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Posts Tagged ‘Bloomsbury Group’

So many exciting links to Bloomsbury and Virginia Woolf resources are popping up on social media this week. Since I don’t fry_booklet_virginia_woolf_1-209x300have time to write about them because I am busy preparing for the 25th Annual International Conference on Virginia Woolf: Virginia Woolf and Her Female Contemporaries, June 4-7 at Bloomsburg University, I am posting links to them here.

  1. On Twitter, I learned of a rare find in the basement of the Bristol Museum of a booklet printed for the Fry memorial exhibition held at the Bristol Museum & Art Gallery in 1935. It contains the text of the exhibition’s opening speech written and delivered by Woolf. “After further research, it appears this booklet is one of the most sought after publications by the writer,” wrote Fay Curtis in her museum post. “The print run was just 125, which is why they are so rare today, and the curator at the time had several to give away. Thankfully for us, he slipped one into the exhibition file – where it remained for eighty years. We have now removed it from the old file in the basement and entered it into the Fine Art collection.”
  2. On Facebook, I learned that a copy of the exhibit booklet is available at the University of Toronto Libraries.
  3. Facebook also told me Virginia Woolf is on the move at Victoria Library. Here’s the post, which pictured the small Woolf doll on a picnic blanket in front of a college building: “Virginia Woolf (1882-1941) is on the move. She left her secure box in the E.J. Pratt Library for the summer and will be visiting places on campus. Her first stop is in front of the Victoria College building.Victoria Library FB post screenshot” The Woolf doll is actually listed in the library catalog.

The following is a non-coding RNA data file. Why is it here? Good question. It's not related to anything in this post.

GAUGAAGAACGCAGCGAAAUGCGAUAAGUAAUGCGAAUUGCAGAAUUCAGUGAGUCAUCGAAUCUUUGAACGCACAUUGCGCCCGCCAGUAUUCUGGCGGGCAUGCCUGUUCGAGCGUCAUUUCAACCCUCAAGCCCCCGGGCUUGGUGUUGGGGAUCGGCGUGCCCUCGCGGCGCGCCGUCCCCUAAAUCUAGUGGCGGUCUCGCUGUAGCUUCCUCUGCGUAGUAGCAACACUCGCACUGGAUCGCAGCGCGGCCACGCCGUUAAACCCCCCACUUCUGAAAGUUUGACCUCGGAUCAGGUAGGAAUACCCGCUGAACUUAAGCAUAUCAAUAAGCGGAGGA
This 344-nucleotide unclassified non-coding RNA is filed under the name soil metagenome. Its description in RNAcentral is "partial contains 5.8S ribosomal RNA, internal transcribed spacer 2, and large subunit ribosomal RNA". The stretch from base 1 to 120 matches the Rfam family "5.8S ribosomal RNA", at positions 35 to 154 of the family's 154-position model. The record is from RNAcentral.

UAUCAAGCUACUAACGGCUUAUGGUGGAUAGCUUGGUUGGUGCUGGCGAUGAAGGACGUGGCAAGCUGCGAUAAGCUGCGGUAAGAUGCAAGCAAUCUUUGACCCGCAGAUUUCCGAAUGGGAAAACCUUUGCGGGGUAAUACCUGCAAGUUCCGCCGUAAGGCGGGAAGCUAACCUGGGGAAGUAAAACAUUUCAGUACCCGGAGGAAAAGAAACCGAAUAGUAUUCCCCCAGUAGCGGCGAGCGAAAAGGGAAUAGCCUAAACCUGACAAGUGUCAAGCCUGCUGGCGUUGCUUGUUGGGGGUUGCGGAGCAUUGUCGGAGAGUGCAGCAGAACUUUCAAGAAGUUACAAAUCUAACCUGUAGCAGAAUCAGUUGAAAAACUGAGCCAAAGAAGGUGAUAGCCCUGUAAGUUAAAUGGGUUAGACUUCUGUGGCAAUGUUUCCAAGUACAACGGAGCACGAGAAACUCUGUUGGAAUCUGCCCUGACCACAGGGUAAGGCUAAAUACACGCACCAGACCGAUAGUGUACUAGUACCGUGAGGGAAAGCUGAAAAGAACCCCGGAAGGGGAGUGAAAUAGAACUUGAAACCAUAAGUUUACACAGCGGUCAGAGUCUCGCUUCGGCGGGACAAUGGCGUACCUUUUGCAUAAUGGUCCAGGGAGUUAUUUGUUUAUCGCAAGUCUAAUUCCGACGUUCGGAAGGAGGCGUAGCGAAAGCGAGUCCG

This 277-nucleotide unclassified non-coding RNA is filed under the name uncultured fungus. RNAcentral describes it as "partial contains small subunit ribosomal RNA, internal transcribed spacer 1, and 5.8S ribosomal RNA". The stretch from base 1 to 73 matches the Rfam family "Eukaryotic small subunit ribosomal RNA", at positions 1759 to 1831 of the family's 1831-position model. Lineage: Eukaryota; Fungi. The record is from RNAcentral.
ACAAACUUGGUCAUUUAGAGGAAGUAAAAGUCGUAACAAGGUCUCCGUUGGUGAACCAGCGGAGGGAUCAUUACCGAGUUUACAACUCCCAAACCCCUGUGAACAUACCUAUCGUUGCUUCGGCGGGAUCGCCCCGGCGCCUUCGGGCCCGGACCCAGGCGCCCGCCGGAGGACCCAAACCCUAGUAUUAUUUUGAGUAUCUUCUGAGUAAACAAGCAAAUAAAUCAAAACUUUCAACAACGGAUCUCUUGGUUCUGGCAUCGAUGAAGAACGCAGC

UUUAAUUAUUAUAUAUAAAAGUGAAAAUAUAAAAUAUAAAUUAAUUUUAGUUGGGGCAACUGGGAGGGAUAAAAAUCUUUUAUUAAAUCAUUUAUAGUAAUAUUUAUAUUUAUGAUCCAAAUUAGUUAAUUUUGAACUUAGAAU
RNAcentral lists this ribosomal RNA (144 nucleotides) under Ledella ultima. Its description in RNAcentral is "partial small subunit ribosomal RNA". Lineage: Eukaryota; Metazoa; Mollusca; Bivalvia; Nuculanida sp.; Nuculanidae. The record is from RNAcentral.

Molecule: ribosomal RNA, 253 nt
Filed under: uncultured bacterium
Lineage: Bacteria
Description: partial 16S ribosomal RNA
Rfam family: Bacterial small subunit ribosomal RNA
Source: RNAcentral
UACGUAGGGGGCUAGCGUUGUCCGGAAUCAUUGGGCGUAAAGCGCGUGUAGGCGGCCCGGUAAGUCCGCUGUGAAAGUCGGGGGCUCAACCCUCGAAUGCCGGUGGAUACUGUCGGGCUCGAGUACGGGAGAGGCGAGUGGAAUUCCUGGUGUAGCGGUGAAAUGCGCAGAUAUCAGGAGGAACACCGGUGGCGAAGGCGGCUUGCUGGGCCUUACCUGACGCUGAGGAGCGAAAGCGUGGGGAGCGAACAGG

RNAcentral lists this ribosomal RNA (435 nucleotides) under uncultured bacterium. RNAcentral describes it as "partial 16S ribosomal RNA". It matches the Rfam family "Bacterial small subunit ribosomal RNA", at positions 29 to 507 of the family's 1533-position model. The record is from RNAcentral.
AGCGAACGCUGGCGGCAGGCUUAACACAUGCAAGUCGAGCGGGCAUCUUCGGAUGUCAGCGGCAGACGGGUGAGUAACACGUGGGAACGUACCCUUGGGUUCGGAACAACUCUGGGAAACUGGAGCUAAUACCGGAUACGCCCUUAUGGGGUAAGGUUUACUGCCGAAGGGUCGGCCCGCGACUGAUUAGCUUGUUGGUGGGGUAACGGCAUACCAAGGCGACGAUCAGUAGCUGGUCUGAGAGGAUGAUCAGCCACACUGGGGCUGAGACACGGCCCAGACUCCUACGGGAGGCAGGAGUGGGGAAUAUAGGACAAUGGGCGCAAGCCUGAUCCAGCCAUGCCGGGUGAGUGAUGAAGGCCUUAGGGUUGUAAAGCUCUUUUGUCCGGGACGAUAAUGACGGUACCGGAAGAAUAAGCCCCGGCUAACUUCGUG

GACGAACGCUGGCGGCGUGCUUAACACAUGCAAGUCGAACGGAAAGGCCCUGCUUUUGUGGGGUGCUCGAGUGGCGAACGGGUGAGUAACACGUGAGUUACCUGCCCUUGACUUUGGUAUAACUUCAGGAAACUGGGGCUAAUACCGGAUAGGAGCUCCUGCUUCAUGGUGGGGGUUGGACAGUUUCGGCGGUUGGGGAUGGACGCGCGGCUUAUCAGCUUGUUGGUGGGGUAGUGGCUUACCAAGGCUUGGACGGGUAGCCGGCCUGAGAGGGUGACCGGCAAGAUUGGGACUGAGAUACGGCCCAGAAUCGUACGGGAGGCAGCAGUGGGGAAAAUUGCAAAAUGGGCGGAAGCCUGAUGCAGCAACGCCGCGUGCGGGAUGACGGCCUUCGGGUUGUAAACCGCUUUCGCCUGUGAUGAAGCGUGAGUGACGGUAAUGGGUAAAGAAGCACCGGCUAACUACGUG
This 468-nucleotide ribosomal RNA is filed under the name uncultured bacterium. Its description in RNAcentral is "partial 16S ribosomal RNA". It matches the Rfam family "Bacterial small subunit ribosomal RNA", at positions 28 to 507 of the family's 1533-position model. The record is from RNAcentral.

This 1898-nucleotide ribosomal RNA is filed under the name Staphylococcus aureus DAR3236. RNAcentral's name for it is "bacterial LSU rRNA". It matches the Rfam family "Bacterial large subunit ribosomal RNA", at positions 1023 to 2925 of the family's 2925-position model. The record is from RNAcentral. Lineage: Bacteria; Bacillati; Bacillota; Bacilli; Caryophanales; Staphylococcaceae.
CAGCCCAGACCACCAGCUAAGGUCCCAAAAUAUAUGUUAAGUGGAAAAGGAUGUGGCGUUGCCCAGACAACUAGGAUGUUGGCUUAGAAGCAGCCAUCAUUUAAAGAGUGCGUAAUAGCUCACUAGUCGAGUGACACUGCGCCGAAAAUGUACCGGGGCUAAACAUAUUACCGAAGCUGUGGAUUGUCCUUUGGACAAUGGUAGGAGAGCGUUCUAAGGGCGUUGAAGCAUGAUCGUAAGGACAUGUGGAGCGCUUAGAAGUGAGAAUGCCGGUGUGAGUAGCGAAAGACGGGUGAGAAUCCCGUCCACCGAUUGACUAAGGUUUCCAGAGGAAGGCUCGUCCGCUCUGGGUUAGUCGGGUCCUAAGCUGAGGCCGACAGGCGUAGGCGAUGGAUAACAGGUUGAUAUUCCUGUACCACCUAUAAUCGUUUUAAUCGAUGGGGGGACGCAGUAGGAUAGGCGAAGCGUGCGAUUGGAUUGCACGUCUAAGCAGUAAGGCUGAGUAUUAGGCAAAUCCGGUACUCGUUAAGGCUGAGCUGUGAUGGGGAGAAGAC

4. From Catherine Hollis via Facebook comes the news that letters from George Mallory to Lytton Strachey are up for sale. You can view the lot.
  5. This morning, the items below popped up on Twitter:

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Originally posted on The Charleston Attic:

It is very easy to get lost in imagining the world, people and stories behind the pieces in the Angelica Garnett Gift and this preparatory sketch by Duncan Grant for a mural designed by both Grant and Vanessa Bell is no exception.

CHA-P-1117-R_C

CHA/P/1117, Duncan Grant, Cinderella, coloured pencil on paper, date unknown, 29.5 cm x 23 cm. Photograph © The Charleston Trust

The mural was commissioned by the Council for the Encouragement of Music and the Arts and the British Institute of Adult Education in 1943 for the dining hall of Devonshire Hill School in Tottenham. The design by Grant and Bell depicted the fairytale Cinderella, and was completed during World War II. Sadly, the mural no longer exists, having been dismantled and destroyed during renovation works at the school. Perhaps even more regrettable is that few people are aware that it existed at all. Like many other decorative works…

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Charleston AtticOh, the lovely connections we make in the world of Woolf. This time, the connection gives us all a behind-the-scenes look at Charleston, the Sussex site known as Bloomsbury in the country.

Alice Purkiss, a curatorial trainee at The Charleston Trust, contacted Blogging Woolf via a Facebook message last week to ask that we help publicize The Charleston Attic. The blog was created by Purkiss and fellow trainee Dorian Knight, who just left the project. His replacement at Charleston is Samantha Wilson.